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The beneficial effect of a diet with low glycaemic index on 24 h glucose profiles in healthy young people as assessed by continuous glucose monitoring

Published online by Cambridge University Press:  08 March 2007

Audrey E. Brynes
Affiliation:
Department of Nutrition and Dietetics, Hammersmith Hospital, Du Cane Road, London, W12 0HS, UK
Jacqui Adamson
Affiliation:
Department of Nutrition and Dietetics, Hammersmith Hospital, Du Cane Road, London, W12 0HS, UK
Anne Dornhorst
Affiliation:
Department of Nutrition and Dietetics, Hammersmith Hospital, Du Cane Road, London, W12 0HS, UK
Gary S. Frost*
Affiliation:
Department of Nutrition and Dietetics, Hammersmith Hospital, Du Cane Road, London, W12 0HS, UK
*
*Corresponding author: Dr G. S. Frost, fax +44 208 383 3379, email g.frost@ic.ac.uk
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Abstract

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Elevated postprandial glycaemia has been linked to CVD in a number of different epidemiological studies involving predominantly non-diabetic volunteers. The MiniMed continuous glucose monitor, which measures blood glucose every 5 min, over a 24 h period, was used to investigate changes in blood glucose readings before and after instigating a diet with low glycaemic index (GI) for 1 week in free-living healthy individuals. Nine healthy people (age 27 (sem 1·3) years, BMI 23·7 (sem 0·7) kg/m2, one male, eight females) completed the study. A reduction in GI (59·7 (sem 2) v. 52·1 (sem 2), P<0·01) occurred in all nine subjects while energy and other macronutrients remained constant. A significant reduction was also observed in fasting glucose at 06·00 hours (5·4 (sem 0·2) v. 4·4 (sem 0·3) mmol/l, P<0·001), mean glucose (5·6 (sem 0·2) v. 5·1 (sem 0·2) mmol/l, P=0·004), area under the 24 h glucose curve (8102 (sem 243) v. 750 (sem 235) mmol/l per min, P=0·004) and area under the overnight, 8 h glucose curve (2677 (sem 92) v. 2223 (sem 121) mmol/l per min, P=0·01). The present study provides important data on how a simple adjustment to the diet can improve glucose profiles that, if sustained in the long term, would be predicted from epidemiological studies to have a favourable influence on CVD.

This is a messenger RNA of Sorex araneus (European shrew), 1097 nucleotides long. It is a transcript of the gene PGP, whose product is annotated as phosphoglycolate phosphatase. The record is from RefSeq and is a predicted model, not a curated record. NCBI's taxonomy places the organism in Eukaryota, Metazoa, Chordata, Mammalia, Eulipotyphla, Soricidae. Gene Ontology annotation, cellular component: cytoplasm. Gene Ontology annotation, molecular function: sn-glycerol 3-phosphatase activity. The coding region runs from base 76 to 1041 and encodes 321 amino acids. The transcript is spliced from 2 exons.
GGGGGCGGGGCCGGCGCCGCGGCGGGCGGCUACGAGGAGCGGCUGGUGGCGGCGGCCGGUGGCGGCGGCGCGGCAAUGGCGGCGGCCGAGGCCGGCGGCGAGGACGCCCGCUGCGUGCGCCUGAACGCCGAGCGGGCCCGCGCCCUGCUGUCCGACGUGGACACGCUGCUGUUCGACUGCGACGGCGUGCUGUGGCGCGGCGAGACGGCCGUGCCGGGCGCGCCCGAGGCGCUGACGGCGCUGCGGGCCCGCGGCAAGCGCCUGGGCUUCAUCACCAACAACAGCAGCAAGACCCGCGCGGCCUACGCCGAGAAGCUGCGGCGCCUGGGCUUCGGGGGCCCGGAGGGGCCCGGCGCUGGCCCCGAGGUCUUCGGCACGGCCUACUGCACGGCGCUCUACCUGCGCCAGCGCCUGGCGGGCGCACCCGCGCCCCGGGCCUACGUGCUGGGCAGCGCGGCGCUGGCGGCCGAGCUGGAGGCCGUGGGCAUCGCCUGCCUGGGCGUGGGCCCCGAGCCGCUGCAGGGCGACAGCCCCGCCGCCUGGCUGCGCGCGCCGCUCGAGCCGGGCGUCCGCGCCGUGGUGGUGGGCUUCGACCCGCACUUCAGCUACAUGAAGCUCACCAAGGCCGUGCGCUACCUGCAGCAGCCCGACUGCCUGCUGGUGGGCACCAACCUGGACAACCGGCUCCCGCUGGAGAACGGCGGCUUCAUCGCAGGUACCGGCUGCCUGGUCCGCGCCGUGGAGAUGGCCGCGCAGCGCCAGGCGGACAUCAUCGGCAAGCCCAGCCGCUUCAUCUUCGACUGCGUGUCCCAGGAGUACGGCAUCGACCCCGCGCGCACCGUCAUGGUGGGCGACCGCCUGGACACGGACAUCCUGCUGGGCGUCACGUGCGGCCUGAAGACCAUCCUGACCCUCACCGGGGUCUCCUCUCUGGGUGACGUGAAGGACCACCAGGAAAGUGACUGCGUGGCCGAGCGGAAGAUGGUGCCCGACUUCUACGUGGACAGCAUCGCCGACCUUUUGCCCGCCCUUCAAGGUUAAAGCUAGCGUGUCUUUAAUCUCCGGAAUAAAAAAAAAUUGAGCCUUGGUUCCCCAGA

Type
Short Communication
Copyright
Copyright © The Nutrition Society 2005

References

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